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What Happens If My Spouse Hides Income to Avoid Child Support?


What Happens If My Spouse Hides Income to Avoid Child Support?One of the most common methods that people use to reduce their child support obligations is to hide income. This can be frustrating as you know that your ex-spouse earns more but is lying to the courts.

Most Common Methods of Concealing Income

There are a few ways in which a spouse may attempt to hide their income, including:

  • Collecting income in cash: This is one of the most common methods used. An employee may request that their employer pay them in cash to avoid a paper trail.
  • Defer promotions: Some people may defer promotions or bonuses at work while going through divorce or child support adjustments.
  • Self-employment: An ex-spouse who is self-employed may write off non-business expenses in order to report that they earn less.
  • Staying unemployed: An ex-spouse may also refrain from seeking employment so that they don’t have to pay child support.

These are some of the most common ways in which people avoid child support. They may temporarily hide income during the initial child support calculations, or they may continue to report less than what they earn to continue paying less.

Your Options for Collecting Child Support

If you know that your ex-spouse isn’t being truthful when it comes to reporting income, you’ll want to reach out to a divorce lawyer. A divorce lawyer can help you evaluate your options and come up with a plan to ensure you get the child support you deserve. 

Your lawyer may assist you with having your spouse’s income imputed. Imputed refers to a method that involves the judge assigning a specific amount of income that they consider reasonable. The judge may consider a variety of factors and come up with their own income calculation. An imputed income also isn’t affected by other factors, like unemployment or a spouse who writes off business expenses.

Concealing Assets is Illegal

Concealing assets with the purpose of paying less in child support is illegal in New Jersey. If it’s later proven that your spouse had additional income that they purposefully hid, they could be charged. The judge would also likely order them to retroactively pay child support. Some judges may even add on interest charges.

Why Work With a Child Custody Lawyer?

A lot of unique issues can arise when going through a divorce or a child custody case. Even once you and your spouse have decided on an appropriate child custody schedule, there are often disagreements on who owes what in child support payments.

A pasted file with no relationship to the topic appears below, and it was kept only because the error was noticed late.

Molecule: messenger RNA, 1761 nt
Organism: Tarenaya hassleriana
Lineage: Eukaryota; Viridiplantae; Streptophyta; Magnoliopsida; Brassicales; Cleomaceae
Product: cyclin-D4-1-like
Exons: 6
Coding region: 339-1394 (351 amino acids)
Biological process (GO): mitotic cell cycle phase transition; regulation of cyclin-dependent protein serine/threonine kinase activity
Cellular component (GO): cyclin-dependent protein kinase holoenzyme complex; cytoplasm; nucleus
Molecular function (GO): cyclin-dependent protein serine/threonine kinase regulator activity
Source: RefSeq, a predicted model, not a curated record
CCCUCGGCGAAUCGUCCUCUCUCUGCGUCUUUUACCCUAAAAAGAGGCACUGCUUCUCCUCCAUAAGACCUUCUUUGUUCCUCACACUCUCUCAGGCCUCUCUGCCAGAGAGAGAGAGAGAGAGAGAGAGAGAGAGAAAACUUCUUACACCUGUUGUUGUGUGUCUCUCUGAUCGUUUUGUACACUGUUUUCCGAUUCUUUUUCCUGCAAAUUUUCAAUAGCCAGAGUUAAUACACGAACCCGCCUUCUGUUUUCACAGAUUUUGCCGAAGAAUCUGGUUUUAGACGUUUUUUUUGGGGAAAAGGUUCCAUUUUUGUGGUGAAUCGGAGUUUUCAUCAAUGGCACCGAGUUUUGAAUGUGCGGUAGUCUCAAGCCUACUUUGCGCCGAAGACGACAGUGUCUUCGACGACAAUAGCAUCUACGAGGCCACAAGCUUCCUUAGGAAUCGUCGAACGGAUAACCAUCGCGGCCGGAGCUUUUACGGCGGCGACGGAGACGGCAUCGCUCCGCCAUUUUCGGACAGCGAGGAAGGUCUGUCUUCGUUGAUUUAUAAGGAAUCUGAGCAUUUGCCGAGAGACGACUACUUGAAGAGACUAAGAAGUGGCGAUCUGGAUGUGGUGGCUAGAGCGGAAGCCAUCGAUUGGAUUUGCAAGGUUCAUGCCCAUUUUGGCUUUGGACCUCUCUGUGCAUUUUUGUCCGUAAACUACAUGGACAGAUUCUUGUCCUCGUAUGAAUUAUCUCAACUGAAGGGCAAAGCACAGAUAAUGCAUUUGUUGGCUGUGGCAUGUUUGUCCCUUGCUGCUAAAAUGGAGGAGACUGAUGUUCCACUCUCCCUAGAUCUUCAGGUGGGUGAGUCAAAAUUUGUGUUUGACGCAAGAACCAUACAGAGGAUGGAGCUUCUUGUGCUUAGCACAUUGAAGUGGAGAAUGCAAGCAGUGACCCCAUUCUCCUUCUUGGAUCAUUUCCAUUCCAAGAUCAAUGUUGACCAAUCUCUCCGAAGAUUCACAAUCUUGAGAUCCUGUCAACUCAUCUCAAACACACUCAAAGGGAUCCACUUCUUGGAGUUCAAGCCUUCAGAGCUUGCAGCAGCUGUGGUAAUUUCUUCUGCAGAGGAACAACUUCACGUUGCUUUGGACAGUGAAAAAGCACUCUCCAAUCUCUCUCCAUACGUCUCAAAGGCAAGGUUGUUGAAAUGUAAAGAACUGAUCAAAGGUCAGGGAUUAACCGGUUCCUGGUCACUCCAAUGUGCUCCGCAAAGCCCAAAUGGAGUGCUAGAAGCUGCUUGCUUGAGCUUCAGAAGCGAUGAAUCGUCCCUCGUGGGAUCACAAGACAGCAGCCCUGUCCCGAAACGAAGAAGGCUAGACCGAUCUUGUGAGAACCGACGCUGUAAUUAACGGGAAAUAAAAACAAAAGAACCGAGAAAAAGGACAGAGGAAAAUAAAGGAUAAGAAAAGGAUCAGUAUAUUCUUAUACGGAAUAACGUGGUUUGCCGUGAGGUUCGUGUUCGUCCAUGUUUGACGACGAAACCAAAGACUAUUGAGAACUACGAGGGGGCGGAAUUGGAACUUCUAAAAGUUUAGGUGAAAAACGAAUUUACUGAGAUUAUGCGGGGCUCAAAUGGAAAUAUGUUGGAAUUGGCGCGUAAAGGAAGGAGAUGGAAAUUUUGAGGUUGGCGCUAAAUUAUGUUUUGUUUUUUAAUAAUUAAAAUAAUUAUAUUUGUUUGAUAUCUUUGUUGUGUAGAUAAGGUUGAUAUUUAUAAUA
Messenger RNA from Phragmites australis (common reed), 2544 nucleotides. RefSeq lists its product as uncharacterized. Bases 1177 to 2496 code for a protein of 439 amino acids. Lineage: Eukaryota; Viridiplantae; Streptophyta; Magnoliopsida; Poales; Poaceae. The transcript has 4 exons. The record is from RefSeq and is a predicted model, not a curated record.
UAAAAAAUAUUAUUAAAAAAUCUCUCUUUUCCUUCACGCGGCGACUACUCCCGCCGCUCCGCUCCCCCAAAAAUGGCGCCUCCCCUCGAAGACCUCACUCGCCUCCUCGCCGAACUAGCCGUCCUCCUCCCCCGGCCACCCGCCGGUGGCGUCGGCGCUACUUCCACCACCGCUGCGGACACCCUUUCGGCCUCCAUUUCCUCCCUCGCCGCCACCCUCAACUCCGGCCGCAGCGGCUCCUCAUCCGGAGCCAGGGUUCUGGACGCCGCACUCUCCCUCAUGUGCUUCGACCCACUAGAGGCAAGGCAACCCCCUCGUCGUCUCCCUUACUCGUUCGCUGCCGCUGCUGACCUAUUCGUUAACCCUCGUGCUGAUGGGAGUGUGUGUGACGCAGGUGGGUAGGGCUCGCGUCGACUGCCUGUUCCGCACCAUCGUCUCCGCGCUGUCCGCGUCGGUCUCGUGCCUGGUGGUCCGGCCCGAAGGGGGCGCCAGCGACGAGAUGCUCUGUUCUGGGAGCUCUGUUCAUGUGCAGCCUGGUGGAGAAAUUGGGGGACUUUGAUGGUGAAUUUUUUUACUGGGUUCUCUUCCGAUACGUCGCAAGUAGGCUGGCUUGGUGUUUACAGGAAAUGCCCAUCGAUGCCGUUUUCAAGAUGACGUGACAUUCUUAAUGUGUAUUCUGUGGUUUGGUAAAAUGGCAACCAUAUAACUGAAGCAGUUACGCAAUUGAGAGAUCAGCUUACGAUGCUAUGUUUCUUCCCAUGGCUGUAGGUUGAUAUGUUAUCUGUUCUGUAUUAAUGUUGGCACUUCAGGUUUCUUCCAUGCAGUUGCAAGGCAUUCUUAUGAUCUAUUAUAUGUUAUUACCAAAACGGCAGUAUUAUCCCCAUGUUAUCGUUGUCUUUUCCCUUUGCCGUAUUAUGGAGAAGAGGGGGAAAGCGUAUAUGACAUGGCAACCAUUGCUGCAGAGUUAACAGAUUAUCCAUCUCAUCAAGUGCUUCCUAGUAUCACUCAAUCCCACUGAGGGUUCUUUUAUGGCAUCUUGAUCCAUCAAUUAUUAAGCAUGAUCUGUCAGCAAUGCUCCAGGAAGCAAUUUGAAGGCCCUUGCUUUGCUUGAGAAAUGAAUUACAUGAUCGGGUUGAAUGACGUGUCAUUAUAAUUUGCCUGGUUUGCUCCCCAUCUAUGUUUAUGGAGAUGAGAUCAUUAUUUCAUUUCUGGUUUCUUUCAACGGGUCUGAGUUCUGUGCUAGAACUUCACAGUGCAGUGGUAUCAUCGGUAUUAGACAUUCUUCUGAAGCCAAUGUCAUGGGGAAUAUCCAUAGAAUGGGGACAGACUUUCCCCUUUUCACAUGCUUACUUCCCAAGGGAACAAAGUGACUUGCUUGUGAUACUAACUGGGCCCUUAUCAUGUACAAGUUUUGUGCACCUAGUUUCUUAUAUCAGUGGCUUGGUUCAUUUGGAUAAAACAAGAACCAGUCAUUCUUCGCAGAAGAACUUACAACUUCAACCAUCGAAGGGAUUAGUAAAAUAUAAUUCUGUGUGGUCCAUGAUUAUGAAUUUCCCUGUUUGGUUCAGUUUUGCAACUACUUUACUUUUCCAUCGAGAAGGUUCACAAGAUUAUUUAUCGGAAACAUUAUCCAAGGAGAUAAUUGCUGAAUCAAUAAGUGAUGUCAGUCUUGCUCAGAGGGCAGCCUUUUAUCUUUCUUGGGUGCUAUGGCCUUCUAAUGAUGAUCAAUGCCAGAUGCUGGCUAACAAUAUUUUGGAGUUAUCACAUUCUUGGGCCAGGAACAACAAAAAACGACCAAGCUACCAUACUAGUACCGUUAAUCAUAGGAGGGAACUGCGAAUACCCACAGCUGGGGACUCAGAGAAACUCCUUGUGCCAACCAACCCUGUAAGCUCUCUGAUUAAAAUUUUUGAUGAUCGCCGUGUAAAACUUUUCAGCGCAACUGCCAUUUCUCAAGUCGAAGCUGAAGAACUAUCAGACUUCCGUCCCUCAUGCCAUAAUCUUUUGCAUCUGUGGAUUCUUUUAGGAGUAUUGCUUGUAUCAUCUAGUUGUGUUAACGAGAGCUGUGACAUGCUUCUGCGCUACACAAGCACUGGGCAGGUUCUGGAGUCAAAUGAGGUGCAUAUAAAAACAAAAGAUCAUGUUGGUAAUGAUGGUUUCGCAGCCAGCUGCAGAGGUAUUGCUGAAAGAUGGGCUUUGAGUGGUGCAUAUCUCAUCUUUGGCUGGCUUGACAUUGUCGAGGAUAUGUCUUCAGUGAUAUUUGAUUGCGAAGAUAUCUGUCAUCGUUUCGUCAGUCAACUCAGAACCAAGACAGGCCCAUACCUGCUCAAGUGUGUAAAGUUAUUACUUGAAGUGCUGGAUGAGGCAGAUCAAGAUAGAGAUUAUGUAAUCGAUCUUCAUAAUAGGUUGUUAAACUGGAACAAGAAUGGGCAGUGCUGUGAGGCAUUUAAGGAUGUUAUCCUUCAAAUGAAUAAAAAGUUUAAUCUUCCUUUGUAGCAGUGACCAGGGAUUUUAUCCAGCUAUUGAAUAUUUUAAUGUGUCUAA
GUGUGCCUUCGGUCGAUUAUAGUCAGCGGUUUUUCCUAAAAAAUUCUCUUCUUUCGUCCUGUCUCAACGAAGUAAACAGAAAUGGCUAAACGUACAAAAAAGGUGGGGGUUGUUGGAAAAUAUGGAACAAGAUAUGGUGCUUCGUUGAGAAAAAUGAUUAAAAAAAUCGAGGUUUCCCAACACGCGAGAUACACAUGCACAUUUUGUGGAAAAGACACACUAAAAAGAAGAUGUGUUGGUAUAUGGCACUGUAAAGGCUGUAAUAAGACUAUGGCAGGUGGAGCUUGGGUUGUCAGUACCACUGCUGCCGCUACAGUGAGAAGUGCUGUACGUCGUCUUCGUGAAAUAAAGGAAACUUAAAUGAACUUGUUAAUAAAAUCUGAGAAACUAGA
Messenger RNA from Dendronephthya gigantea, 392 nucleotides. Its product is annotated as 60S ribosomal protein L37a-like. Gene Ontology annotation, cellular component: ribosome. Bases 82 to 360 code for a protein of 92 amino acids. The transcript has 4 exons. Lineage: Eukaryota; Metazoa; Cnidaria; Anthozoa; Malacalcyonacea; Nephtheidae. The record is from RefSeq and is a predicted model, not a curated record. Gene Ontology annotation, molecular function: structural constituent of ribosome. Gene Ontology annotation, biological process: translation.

Some spouses may attempt to pay less by concealing all, or some, of their incomes. They may also refrain from paying altogether. Tracking down late or missed child support payments can be stressful and overwhelming when you’re also trying to raise a child.

A child custody lawyer can help you navigate the sometimes-confusing child custody courts in New Jersey. They can also help you evaluate your options when unique situations arise, like a spouse hiding some of their income or not paying what they owe at all. There are also programs and policies in place that may help.

Contact a Cherry Hill Family Law Attorney for a Consultation About Child Custody in New Jersey Today

If you are thinking about filing for divorce, or if you have already started the divorce process and are dealing with another matter such as child custody, child support, or division of assets, you need to speak with a qualified attorney. The New Jersey family law attorneys at Cordry Hartman represent clients throughout the state, including Moorestown, Cherry Hill, Evesham Township, and Mount Laurel. We understand how challenging this time can be for you, which is why we will fight hard to protect your interests, and the interests of your loved ones, throughout the legal process. Call us at 856-452-4474 or fill out our confidential contact form to schedule a consultation. We have an office conveniently located at 505 S Lenola Rd Ste 224 Moorestown, NJ 08057.

The articles on this blog are for informative purposes only and are no substitute for legal advice or an attorney-client relationship. If you are seeking legal advice, please contact our law firm directly.